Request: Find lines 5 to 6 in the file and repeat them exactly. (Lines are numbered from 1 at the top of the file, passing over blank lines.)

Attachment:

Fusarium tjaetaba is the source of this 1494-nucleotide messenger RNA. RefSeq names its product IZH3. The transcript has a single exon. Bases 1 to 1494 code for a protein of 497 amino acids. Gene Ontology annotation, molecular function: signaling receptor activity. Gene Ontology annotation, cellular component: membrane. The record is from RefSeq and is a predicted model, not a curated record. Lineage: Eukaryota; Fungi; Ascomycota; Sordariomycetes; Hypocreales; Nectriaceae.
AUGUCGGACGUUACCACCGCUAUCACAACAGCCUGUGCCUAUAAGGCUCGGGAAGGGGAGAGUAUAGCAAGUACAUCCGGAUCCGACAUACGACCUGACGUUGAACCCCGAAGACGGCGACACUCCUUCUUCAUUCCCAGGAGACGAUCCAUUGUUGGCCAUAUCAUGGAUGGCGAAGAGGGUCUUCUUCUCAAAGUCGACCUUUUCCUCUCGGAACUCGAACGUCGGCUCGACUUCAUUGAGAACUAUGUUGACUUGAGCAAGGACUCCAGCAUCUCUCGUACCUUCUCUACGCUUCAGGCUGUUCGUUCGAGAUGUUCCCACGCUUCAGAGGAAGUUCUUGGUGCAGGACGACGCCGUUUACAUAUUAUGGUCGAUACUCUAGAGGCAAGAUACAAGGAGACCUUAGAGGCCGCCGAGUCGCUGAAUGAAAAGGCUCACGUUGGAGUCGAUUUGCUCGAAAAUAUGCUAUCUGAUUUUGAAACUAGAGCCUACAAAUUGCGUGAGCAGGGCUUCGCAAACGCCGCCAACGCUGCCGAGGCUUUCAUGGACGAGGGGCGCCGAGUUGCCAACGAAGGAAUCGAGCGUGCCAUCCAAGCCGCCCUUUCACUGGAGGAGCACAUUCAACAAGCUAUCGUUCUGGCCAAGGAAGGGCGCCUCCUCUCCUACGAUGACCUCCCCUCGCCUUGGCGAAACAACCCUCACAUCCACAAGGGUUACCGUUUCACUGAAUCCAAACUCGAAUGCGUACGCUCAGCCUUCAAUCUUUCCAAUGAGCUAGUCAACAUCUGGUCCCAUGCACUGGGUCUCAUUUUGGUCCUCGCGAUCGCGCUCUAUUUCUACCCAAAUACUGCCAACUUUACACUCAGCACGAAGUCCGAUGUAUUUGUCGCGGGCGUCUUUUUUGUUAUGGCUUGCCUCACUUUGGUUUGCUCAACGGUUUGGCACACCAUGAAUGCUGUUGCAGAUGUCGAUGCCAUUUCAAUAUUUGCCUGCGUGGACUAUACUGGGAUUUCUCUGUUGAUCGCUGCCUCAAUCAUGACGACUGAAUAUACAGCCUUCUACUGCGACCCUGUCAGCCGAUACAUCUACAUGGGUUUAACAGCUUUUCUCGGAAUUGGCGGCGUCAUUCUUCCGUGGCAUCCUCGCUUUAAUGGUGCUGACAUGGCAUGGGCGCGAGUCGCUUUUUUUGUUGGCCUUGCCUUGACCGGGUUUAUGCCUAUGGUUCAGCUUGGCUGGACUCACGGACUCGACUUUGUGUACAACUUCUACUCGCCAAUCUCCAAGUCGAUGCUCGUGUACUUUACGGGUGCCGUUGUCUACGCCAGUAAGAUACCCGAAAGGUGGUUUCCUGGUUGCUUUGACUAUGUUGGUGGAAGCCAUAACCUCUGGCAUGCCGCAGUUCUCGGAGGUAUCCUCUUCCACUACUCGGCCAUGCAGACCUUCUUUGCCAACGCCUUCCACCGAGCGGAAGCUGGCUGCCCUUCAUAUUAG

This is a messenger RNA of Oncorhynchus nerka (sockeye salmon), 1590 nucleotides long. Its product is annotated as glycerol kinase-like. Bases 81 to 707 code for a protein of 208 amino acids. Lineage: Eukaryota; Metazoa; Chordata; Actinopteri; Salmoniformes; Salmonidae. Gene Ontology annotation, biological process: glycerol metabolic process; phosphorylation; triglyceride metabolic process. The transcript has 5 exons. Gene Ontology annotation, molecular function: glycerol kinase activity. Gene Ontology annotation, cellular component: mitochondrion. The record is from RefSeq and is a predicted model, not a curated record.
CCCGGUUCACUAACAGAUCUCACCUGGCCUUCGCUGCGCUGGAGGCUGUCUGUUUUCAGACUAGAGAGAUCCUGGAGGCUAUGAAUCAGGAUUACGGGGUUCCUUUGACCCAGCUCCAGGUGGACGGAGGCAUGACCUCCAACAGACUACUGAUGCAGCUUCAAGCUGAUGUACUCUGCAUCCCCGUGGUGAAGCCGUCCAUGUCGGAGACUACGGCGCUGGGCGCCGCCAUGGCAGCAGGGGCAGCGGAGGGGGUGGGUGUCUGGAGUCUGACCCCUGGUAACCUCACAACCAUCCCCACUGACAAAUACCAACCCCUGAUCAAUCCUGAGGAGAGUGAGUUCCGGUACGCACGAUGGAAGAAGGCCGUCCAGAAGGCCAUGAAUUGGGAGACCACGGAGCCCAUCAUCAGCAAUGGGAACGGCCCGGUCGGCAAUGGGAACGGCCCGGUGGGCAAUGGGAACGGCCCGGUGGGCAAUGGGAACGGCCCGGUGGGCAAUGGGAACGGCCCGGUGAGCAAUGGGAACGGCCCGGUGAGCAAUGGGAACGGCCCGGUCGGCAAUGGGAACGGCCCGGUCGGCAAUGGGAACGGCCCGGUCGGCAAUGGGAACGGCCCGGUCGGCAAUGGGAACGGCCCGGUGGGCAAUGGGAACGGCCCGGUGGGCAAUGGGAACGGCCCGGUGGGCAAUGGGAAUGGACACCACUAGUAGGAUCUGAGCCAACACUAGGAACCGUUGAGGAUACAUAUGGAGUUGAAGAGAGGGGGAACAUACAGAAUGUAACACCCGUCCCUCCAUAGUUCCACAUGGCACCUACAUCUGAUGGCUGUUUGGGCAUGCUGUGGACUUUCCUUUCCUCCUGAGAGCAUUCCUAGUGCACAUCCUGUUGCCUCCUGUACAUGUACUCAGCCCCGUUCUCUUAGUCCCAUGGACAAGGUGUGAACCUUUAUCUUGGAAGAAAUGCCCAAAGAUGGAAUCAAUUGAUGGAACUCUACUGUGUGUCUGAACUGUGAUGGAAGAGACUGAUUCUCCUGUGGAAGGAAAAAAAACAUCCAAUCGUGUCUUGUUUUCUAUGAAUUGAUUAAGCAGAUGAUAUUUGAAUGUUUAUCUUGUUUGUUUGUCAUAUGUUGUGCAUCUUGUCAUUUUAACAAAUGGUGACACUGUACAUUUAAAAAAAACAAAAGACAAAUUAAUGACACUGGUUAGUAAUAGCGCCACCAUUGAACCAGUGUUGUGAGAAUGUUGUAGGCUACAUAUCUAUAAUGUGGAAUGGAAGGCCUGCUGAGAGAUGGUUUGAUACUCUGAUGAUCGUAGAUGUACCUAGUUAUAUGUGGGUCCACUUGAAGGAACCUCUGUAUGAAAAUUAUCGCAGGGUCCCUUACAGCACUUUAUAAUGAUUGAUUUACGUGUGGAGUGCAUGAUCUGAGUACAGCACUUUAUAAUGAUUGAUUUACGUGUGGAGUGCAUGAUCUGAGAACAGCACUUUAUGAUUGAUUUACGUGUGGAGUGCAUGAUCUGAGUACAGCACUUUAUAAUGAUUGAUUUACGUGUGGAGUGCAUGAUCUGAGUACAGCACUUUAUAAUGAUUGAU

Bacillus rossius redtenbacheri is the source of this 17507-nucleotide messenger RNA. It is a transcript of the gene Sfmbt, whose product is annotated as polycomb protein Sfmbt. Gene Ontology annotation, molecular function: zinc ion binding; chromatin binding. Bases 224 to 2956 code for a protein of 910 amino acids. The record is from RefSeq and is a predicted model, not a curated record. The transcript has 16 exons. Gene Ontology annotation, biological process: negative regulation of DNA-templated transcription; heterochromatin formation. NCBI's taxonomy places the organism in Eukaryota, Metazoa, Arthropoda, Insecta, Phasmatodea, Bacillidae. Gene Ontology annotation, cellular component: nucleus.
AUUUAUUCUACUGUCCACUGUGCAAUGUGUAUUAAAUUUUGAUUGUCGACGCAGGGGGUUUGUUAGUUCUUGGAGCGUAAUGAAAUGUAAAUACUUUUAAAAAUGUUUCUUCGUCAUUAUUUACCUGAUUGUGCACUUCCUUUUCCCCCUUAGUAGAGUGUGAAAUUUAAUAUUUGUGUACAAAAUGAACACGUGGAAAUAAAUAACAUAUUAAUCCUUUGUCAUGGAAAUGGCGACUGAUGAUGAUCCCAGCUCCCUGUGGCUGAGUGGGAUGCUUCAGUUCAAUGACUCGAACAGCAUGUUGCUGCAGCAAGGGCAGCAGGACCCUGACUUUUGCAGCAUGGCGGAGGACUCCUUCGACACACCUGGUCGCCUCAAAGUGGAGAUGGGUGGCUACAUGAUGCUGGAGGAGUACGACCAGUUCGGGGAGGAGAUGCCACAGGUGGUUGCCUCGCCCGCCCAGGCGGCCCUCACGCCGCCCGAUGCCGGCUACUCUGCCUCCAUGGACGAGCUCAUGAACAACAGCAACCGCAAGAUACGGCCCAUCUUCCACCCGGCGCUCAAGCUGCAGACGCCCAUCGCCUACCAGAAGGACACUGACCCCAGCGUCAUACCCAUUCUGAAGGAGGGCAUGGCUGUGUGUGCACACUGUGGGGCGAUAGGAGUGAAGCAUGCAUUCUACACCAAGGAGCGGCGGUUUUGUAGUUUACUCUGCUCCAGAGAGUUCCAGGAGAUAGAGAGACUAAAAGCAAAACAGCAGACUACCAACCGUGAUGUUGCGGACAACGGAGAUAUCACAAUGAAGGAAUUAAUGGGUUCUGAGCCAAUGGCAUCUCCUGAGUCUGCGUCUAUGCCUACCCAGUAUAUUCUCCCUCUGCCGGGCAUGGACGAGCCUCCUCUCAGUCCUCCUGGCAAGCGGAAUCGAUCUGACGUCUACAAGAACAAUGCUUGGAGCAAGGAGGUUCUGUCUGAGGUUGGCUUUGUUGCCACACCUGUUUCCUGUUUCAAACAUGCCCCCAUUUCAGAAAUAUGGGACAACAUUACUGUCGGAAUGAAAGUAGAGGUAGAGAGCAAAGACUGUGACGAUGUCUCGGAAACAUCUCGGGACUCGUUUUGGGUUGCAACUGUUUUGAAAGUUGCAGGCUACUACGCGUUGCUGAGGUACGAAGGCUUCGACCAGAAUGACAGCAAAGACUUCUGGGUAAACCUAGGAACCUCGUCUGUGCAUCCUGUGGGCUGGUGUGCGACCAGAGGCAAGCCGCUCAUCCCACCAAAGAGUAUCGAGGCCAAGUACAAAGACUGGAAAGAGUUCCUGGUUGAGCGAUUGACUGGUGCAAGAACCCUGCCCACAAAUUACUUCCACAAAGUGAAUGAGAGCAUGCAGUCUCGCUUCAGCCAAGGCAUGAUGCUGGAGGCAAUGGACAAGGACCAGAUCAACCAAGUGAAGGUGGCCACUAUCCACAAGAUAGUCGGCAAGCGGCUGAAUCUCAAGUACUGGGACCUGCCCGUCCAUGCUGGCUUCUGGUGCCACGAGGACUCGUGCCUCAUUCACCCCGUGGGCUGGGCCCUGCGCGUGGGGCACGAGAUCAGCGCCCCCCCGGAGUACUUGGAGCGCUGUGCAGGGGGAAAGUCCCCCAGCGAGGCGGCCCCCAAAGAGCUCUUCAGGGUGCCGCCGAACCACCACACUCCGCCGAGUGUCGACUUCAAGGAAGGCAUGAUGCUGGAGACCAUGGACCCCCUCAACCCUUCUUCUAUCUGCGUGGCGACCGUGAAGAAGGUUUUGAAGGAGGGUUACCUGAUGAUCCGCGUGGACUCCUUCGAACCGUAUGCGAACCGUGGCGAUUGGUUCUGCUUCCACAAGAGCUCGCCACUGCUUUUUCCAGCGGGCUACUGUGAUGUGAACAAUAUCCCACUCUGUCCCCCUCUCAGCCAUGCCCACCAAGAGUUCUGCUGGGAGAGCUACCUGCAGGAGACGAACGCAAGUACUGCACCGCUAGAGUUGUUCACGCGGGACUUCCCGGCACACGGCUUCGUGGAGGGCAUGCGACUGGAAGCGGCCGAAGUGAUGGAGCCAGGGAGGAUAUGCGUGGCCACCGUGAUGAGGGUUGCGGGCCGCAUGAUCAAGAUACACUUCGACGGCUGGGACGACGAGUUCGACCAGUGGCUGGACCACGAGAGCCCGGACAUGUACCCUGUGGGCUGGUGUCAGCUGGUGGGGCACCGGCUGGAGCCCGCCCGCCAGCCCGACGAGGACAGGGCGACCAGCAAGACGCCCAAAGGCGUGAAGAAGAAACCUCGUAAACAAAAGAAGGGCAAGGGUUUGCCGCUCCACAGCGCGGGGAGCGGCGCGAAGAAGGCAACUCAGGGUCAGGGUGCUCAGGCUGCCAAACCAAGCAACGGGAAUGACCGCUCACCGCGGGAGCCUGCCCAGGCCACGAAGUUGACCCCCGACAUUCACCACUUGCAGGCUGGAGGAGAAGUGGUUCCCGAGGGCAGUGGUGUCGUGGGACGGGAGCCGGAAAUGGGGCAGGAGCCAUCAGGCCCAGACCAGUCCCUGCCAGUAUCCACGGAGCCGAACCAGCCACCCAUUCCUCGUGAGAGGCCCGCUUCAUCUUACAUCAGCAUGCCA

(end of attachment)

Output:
Bacillus rossius redtenbacheri is the source of this 17507-nucleotide messenger RNA. It is a transcript of the gene Sfmbt, whose product is annotated as polycomb protein Sfmbt. Gene Ontology annotation, molecular function: zinc ion binding; chromatin binding. Bases 224 to 2956 code for a protein of 910 amino acids. The record is from RefSeq and is a predicted model, not a curated record. The transcript has 16 exons. Gene Ontology annotation, biological process: negative regulation of DNA-templated transcription; heterochromatin formation. NCBI's taxonomy places the organism in Eukaryota, Metazoa, Arthropoda, Insecta, Phasmatodea, Bacillidae. Gene Ontology annotation, cellular component: nucleus.
AUUUAUUCUACUGUCCACUGUGCAAUGUGUAUUAAAUUUUGAUUGUCGACGCAGGGGGUUUGUUAGUUCUUGGAGCGUAAUGAAAUGUAAAUACUUUUAAAAAUGUUUCUUCGUCAUUAUUUACCUGAUUGUGCACUUCCUUUUCCCCCUUAGUAGAGUGUGAAAUUUAAUAUUUGUGUACAAAAUGAACACGUGGAAAUAAAUAACAUAUUAAUCCUUUGUCAUGGAAAUGGCGACUGAUGAUGAUCCCAGCUCCCUGUGGCUGAGUGGGAUGCUUCAGUUCAAUGACUCGAACAGCAUGUUGCUGCAGCAAGGGCAGCAGGACCCUGACUUUUGCAGCAUGGCGGAGGACUCCUUCGACACACCUGGUCGCCUCAAAGUGGAGAUGGGUGGCUACAUGAUGCUGGAGGAGUACGACCAGUUCGGGGAGGAGAUGCCACAGGUGGUUGCCUCGCCCGCCCAGGCGGCCCUCACGCCGCCCGAUGCCGGCUACUCUGCCUCCAUGGACGAGCUCAUGAACAACAGCAACCGCAAGAUACGGCCCAUCUUCCACCCGGCGCUCAAGCUGCAGACGCCCAUCGCCUACCAGAAGGACACUGACCCCAGCGUCAUACCCAUUCUGAAGGAGGGCAUGGCUGUGUGUGCACACUGUGGGGCGAUAGGAGUGAAGCAUGCAUUCUACACCAAGGAGCGGCGGUUUUGUAGUUUACUCUGCUCCAGAGAGUUCCAGGAGAUAGAGAGACUAAAAGCAAAACAGCAGACUACCAACCGUGAUGUUGCGGACAACGGAGAUAUCACAAUGAAGGAAUUAAUGGGUUCUGAGCCAAUGGCAUCUCCUGAGUCUGCGUCUAUGCCUACCCAGUAUAUUCUCCCUCUGCCGGGCAUGGACGAGCCUCCUCUCAGUCCUCCUGGCAAGCGGAAUCGAUCUGACGUCUACAAGAACAAUGCUUGGAGCAAGGAGGUUCUGUCUGAGGUUGGCUUUGUUGCCACACCUGUUUCCUGUUUCAAACAUGCCCCCAUUUCAGAAAUAUGGGACAACAUUACUGUCGGAAUGAAAGUAGAGGUAGAGAGCAAAGACUGUGACGAUGUCUCGGAAACAUCUCGGGACUCGUUUUGGGUUGCAACUGUUUUGAAAGUUGCAGGCUACUACGCGUUGCUGAGGUACGAAGGCUUCGACCAGAAUGACAGCAAAGACUUCUGGGUAAACCUAGGAACCUCGUCUGUGCAUCCUGUGGGCUGGUGUGCGACCAGAGGCAAGCCGCUCAUCCCACCAAAGAGUAUCGAGGCCAAGUACAAAGACUGGAAAGAGUUCCUGGUUGAGCGAUUGACUGGUGCAAGAACCCUGCCCACAAAUUACUUCCACAAAGUGAAUGAGAGCAUGCAGUCUCGCUUCAGCCAAGGCAUGAUGCUGGAGGCAAUGGACAAGGACCAGAUCAACCAAGUGAAGGUGGCCACUAUCCACAAGAUAGUCGGCAAGCGGCUGAAUCUCAAGUACUGGGACCUGCCCGUCCAUGCUGGCUUCUGGUGCCACGAGGACUCGUGCCUCAUUCACCCCGUGGGCUGGGCCCUGCGCGUGGGGCACGAGAUCAGCGCCCCCCCGGAGUACUUGGAGCGCUGUGCAGGGGGAAAGUCCCCCAGCGAGGCGGCCCCCAAAGAGCUCUUCAGGGUGCCGCCGAACCACCACACUCCGCCGAGUGUCGACUUCAAGGAAGGCAUGAUGCUGGAGACCAUGGACCCCCUCAACCCUUCUUCUAUCUGCGUGGCGACCGUGAAGAAGGUUUUGAAGGAGGGUUACCUGAUGAUCCGCGUGGACUCCUUCGAACCGUAUGCGAACCGUGGCGAUUGGUUCUGCUUCCACAAGAGCUCGCCACUGCUUUUUCCAGCGGGCUACUGUGAUGUGAACAAUAUCCCACUCUGUCCCCCUCUCAGCCAUGCCCACCAAGAGUUCUGCUGGGAGAGCUACCUGCAGGAGACGAACGCAAGUACUGCACCGCUAGAGUUGUUCACGCGGGACUUCCCGGCACACGGCUUCGUGGAGGGCAUGCGACUGGAAGCGGCCGAAGUGAUGGAGCCAGGGAGGAUAUGCGUGGCCACCGUGAUGAGGGUUGCGGGCCGCAUGAUCAAGAUACACUUCGACGGCUGGGACGACGAGUUCGACCAGUGGCUGGACCACGAGAGCCCGGACAUGUACCCUGUGGGCUGGUGUCAGCUGGUGGGGCACCGGCUGGAGCCCGCCCGCCAGCCCGACGAGGACAGGGCGACCAGCAAGACGCCCAAAGGCGUGAAGAAGAAACCUCGUAAACAAAAGAAGGGCAAGGGUUUGCCGCUCCACAGCGCGGGGAGCGGCGCGAAGAAGGCAACUCAGGGUCAGGGUGCUCAGGCUGCCAAACCAAGCAACGGGAAUGACCGCUCACCGCGGGAGCCUGCCCAGGCCACGAAGUUGACCCCCGACAUUCACCACUUGCAGGCUGGAGGAGAAGUGGUUCCCGAGGGCAGUGGUGUCGUGGGACGGGAGCCGGAAAUGGGGCAGGAGCCAUCAGGCCCAGACCAGUCCCUGCCAGUAUCCACGGAGCCGAACCAGCCACCCAUUCCUCGUGAGAGGCCCGCUUCAUCUUACAUCAGCAUGCCA